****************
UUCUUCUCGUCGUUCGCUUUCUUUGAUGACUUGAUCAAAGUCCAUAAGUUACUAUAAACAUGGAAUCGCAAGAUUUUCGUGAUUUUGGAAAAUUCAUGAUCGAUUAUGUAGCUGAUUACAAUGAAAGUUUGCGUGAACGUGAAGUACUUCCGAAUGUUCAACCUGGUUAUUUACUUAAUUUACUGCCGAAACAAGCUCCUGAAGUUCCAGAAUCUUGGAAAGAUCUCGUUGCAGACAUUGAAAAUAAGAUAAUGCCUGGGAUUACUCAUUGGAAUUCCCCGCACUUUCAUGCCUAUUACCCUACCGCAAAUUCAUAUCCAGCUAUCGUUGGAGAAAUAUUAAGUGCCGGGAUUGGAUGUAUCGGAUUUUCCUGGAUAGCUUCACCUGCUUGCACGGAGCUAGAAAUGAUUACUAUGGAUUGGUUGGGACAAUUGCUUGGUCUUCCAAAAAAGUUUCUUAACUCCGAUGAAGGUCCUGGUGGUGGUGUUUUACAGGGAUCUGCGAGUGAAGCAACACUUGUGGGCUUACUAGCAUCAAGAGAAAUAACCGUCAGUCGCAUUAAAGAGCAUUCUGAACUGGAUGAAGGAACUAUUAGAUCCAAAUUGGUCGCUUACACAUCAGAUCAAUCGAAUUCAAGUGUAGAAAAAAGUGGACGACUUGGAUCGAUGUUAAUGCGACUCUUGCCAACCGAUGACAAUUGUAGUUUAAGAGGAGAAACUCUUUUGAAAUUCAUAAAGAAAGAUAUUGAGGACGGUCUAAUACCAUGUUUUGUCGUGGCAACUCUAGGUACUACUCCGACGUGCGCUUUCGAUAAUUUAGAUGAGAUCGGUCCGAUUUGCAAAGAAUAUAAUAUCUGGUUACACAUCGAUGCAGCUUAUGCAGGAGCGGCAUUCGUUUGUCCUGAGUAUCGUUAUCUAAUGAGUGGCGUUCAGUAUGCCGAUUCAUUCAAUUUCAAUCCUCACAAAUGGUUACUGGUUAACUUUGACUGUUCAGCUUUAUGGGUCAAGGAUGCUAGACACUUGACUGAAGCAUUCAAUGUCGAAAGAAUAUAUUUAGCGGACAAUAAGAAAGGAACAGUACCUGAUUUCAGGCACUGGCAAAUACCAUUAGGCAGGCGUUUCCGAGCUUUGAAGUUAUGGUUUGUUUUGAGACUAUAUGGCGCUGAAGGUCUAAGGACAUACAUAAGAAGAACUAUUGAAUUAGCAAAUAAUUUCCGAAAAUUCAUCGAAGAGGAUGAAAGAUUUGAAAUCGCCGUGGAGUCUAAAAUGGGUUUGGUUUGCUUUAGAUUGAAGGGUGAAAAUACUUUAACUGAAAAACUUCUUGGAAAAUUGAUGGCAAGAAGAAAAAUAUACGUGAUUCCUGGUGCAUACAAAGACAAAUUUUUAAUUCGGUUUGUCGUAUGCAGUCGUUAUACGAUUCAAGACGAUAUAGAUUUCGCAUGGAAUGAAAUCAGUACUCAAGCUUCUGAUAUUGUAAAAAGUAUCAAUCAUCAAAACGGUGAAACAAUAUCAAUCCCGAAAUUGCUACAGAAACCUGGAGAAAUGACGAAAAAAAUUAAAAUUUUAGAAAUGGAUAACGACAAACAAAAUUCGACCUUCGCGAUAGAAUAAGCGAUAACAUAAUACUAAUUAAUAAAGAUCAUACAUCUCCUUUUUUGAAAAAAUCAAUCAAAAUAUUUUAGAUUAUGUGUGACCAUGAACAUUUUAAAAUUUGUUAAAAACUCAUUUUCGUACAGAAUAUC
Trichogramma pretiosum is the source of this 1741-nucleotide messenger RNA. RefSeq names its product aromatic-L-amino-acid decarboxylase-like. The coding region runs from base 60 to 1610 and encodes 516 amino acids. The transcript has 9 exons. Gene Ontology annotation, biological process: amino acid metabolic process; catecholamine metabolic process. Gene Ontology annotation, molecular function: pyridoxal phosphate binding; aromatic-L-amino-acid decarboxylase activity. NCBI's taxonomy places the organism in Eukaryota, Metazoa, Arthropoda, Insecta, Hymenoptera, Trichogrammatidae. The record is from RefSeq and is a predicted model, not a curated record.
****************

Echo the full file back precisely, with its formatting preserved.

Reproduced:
UUCUUCUCGUCGUUCGCUUUCUUUGAUGACUUGAUCAAAGUCCAUAAGUUACUAUAAACAUGGAAUCGCAAGAUUUUCGUGAUUUUGGAAAAUUCAUGAUCGAUUAUGUAGCUGAUUACAAUGAAAGUUUGCGUGAACGUGAAGUACUUCCGAAUGUUCAACCUGGUUAUUUACUUAAUUUACUGCCGAAACAAGCUCCUGAAGUUCCAGAAUCUUGGAAAGAUCUCGUUGCAGACAUUGAAAAUAAGAUAAUGCCUGGGAUUACUCAUUGGAAUUCCCCGCACUUUCAUGCCUAUUACCCUACCGCAAAUUCAUAUCCAGCUAUCGUUGGAGAAAUAUUAAGUGCCGGGAUUGGAUGUAUCGGAUUUUCCUGGAUAGCUUCACCUGCUUGCACGGAGCUAGAAAUGAUUACUAUGGAUUGGUUGGGACAAUUGCUUGGUCUUCCAAAAAAGUUUCUUAACUCCGAUGAAGGUCCUGGUGGUGGUGUUUUACAGGGAUCUGCGAGUGAAGCAACACUUGUGGGCUUACUAGCAUCAAGAGAAAUAACCGUCAGUCGCAUUAAAGAGCAUUCUGAACUGGAUGAAGGAACUAUUAGAUCCAAAUUGGUCGCUUACACAUCAGAUCAAUCGAAUUCAAGUGUAGAAAAAAGUGGACGACUUGGAUCGAUGUUAAUGCGACUCUUGCCAACCGAUGACAAUUGUAGUUUAAGAGGAGAAACUCUUUUGAAAUUCAUAAAGAAAGAUAUUGAGGACGGUCUAAUACCAUGUUUUGUCGUGGCAACUCUAGGUACUACUCCGACGUGCGCUUUCGAUAAUUUAGAUGAGAUCGGUCCGAUUUGCAAAGAAUAUAAUAUCUGGUUACACAUCGAUGCAGCUUAUGCAGGAGCGGCAUUCGUUUGUCCUGAGUAUCGUUAUCUAAUGAGUGGCGUUCAGUAUGCCGAUUCAUUCAAUUUCAAUCCUCACAAAUGGUUACUGGUUAACUUUGACUGUUCAGCUUUAUGGGUCAAGGAUGCUAGACACUUGACUGAAGCAUUCAAUGUCGAAAGAAUAUAUUUAGCGGACAAUAAGAAAGGAACAGUACCUGAUUUCAGGCACUGGCAAAUACCAUUAGGCAGGCGUUUCCGAGCUUUGAAGUUAUGGUUUGUUUUGAGACUAUAUGGCGCUGAAGGUCUAAGGACAUACAUAAGAAGAACUAUUGAAUUAGCAAAUAAUUUCCGAAAAUUCAUCGAAGAGGAUGAAAGAUUUGAAAUCGCCGUGGAGUCUAAAAUGGGUUUGGUUUGCUUUAGAUUGAAGGGUGAAAAUACUUUAACUGAAAAACUUCUUGGAAAAUUGAUGGCAAGAAGAAAAAUAUACGUGAUUCCUGGUGCAUACAAAGACAAAUUUUUAAUUCGGUUUGUCGUAUGCAGUCGUUAUACGAUUCAAGACGAUAUAGAUUUCGCAUGGAAUGAAAUCAGUACUCAAGCUUCUGAUAUUGUAAAAAGUAUCAAUCAUCAAAACGGUGAAACAAUAUCAAUCCCGAAAUUGCUACAGAAACCUGGAGAAAUGACGAAAAAAAUUAAAAUUUUAGAAAUGGAUAACGACAAACAAAAUUCGACCUUCGCGAUAGAAUAAGCGAUAACAUAAUACUAAUUAAUAAAGAUCAUACAUCUCCUUUUUUGAAAAAAUCAAUCAAAAUAUUUUAGAUUAUGUGUGACCAUGAACAUUUUAAAAUUUGUUAAAAACUCAUUUUCGUACAGAAUAUC
Trichogramma pretiosum is the source of this 1741-nucleotide messenger RNA. RefSeq names its product aromatic-L-amino-acid decarboxylase-like. The coding region runs from base 60 to 1610 and encodes 516 amino acids. The transcript has 9 exons. Gene Ontology annotation, biological process: amino acid metabolic process; catecholamine metabolic process. Gene Ontology annotation, molecular function: pyridoxal phosphate binding; aromatic-L-amino-acid decarboxylase activity. NCBI's taxonomy places the organism in Eukaryota, Metazoa, Arthropoda, Insecta, Hymenoptera, Trichogrammatidae. The record is from RefSeq and is a predicted model, not a curated record.